As more marketers use data to deploy targeted offers, clear differences are emerging in how industry verticals embrace digital strategies, a study has found.
Digital technology company Lyris and the Economist Intelligence Unit found in "The Digital Marketing Gap" that some of the most widely growing areas of strategic importance to marketers include: content to guide product research, the presentation of individual offers beyond simple personalization, and debunking data about individual customers. The study surveyed 409 consumers and 257 marketing executives in the US and UK in categories spanning clothing/retail, banking, travel, media, automotive and entertainment.
The travel industry appears to lead other sectors in relying on data collection and analysis to guide product research, with 23% of executives in the travel vertical identifying this as a strategic imperative over the cross-industry average of 18%. Similarly, automotive came in at the top across industries for applying consumer data analysis to targeted offers, increasing from 13% five years ago to 50% of automotive marketers citing the use of data for individualized promotions as core to digital marketing strategy.
Entertainment was another ripe area for data, with tailored messaging and individualized offers nearly doubling in importance with entertainment marketers, increasing from 24% five years ago to 46% now. Some 66% of entertainment marketers invest only 1-10% of marketing budgets on mobile, the study found.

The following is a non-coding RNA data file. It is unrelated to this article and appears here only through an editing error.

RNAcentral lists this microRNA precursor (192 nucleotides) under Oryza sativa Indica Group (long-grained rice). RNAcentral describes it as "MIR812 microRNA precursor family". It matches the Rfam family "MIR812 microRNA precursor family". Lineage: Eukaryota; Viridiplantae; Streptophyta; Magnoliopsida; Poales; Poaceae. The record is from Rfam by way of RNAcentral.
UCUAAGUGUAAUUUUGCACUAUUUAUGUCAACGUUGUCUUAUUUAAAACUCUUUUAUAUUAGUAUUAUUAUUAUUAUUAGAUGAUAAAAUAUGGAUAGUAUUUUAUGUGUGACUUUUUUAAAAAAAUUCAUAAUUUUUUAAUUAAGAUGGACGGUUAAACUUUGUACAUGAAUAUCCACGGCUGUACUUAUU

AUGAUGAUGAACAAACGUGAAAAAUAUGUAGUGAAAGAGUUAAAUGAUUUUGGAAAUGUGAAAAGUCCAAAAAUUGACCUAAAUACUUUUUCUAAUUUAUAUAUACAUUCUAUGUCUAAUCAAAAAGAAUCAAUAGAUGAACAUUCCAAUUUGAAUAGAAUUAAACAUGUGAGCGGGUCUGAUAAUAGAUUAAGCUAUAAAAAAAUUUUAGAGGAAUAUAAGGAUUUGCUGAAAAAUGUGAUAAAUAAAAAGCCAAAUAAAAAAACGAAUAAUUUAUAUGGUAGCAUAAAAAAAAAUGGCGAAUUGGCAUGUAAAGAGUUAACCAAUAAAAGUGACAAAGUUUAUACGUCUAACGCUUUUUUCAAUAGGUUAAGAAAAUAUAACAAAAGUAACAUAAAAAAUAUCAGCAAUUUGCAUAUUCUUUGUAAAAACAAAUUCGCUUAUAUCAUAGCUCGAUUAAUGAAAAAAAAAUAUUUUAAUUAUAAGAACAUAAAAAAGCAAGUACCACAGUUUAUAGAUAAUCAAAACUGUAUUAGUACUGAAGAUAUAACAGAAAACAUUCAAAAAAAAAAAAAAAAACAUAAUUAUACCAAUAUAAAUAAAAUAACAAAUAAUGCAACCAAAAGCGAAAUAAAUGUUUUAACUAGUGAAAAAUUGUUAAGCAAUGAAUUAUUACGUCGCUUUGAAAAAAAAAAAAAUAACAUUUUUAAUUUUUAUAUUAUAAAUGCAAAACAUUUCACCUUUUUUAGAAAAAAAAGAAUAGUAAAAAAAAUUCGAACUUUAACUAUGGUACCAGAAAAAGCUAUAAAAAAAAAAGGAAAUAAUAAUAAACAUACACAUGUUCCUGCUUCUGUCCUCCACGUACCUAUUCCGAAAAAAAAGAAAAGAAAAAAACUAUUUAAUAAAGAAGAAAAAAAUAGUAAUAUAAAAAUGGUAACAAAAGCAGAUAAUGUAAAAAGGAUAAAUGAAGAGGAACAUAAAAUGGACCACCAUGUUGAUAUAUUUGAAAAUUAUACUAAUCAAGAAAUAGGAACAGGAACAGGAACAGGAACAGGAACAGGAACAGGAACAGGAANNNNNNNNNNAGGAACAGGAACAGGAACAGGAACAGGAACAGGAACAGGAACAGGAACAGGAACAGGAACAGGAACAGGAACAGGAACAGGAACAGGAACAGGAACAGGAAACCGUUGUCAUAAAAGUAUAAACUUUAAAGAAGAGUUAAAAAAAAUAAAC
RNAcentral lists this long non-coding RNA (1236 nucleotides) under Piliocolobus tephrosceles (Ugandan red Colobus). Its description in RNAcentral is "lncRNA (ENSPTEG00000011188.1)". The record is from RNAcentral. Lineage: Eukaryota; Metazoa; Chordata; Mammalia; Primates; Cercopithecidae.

Like automotive, the media sector appropriates much of its spend on email, with 33% of marketers putting more than one quarter of their marketing budget toward this channel. Media, apparently, dropped off slightly in its investment of consumer data analysis, with 45% citing the use of predictive analytics as a key marketing skill, a 7% decrease from five years ago.
The banking sector put the most emphasis on customer retention, with 42% of executives citing this as a top priority, but still lagged behind other sectors when it came to transitioning from personalization to true, individualized offers and promotions. Big data was cited as a challenge to 44% of banking executives surveyed.
When it came to clothing/retail, 71% of consumers said personalized messaging no longer matters because of the volume of items received, but 25% expressed a willingness to take messaging more seriously if information on past orders or transactional information surfaces in future messaging. Clothing/retail marketers said expanding and diversifying the customer base was a key priority, growing in importance from 24% five years ago to 33% today.